1890s/1925/2015 Stewart/Orpheum 5-String Frankenbanjo

If this banjo's SS Stewart neck looks familiar, that's because I joined it to an old Vega pot back in 2013 for its owner. He recently picked up a giant old 1925 (per the serial) New York-made Orpheum (Lange) rim, so the objective became fitting the same neck... again... to a non-original rim. Oh, banjo players!

This time around the conversion was a bit more work (aren't they always?) because I had to convert the neck to a double-bolt (Gibson-style) rim attachment, fit a new tonering, repair the tension hoop, fuss over fitting the neck to a different-style rim shape, and then of course -- set it up! It turned out "dandy" and has a good sound.

My opinion on big old Lange-made rims is that they generally don't give you the standard "old time, giant rim" banjo sound that folks are looking for -- with a big bottom end and sloppy mids. That's because they tend to have "archtop" tonerings which are suited more to the tenor or plectrum sound -- a tight, bright, chimey tone when cranked on the tension and a slightly mellower, ringy variant on that tone with the head slacked a little. It sounds full but quite different -- and has lots of volume for an openback.

While doing the work, the owner had me fit some Waverly pegs to it as well. I can't say I blame him -- they're a lot easier to use than friction pegs!

I replaced the bridge currently in use with this all-maple one that mellows the tone a little bit. The tail replaces a No-Knot style (repro) one that was on the old incarnation of this Frankenbanjo because it sits on the tension hoop a bit better and also allows me to mute the extra string length.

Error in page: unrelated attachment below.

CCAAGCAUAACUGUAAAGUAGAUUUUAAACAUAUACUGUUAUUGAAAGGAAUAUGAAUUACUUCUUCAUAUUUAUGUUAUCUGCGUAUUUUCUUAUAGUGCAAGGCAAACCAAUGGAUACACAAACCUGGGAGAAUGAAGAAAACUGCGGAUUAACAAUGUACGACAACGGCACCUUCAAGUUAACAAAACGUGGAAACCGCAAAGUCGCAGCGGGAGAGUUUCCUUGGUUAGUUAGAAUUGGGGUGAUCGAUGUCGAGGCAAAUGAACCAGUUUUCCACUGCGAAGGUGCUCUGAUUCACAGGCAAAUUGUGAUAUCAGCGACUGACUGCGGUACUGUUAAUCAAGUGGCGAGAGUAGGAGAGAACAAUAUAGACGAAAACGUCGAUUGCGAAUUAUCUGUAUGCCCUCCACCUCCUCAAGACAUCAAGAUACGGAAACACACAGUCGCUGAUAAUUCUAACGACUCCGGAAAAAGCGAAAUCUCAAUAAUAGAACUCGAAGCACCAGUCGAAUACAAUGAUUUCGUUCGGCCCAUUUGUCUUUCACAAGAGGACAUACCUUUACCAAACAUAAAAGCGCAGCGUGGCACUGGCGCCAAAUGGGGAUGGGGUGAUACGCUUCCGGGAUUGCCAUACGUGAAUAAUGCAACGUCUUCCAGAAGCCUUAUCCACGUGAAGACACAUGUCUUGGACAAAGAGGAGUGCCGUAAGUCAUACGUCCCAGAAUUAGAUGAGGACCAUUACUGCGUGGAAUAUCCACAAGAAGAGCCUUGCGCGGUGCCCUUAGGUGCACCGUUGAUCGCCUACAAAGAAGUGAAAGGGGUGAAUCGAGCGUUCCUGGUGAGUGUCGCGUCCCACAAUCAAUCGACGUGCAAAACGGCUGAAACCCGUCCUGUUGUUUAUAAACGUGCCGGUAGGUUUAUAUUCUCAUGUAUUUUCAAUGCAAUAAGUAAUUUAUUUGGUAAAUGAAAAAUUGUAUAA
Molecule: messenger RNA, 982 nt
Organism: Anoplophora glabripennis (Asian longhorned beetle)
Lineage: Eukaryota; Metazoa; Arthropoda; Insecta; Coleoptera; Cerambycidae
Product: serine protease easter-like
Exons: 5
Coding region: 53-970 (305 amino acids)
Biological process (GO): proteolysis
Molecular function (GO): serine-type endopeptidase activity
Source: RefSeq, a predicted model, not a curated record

So... here's the secret. The plate is one I cut from old electric guitar parts and helps me mount two big hanger-bolts that're embedded in the neck. The original old dowel is now a "sleeve" that's suspended over the lower hanger bolt nut just for an old-timey look.

Because of the way the neck fit to the pot, keeping a dowel installed (the original Stewart neck's dowel was actually split in several places, anyway) was not useful. This setup is rigid and functional for the conversion.

The new copper tube tonering replaces a missing plated-brass one. It's suspended on a whole ton of small L-shaped round stock that're tacked into the edge of the rim and there's a "sleeve" of nickel-plated brass that then is suspended on top of the "shoes" and forms the outer bit of the mixed archtop tonering. This is typical "Orpheum" construction.

This neck has a long scale and the big pot suits it -- check out the prime bridge location.

The resonator that this rim was probably fit with when first made is long-missing. The "foot" of the rim also came without a cap and was bare maple slices. I lightly sanded it, stained it, and finished it to more or less match the mahogany veneer of the sides.

It's not elegant, but this was a more practical tailpiece for the rim design compared to what else was on hand.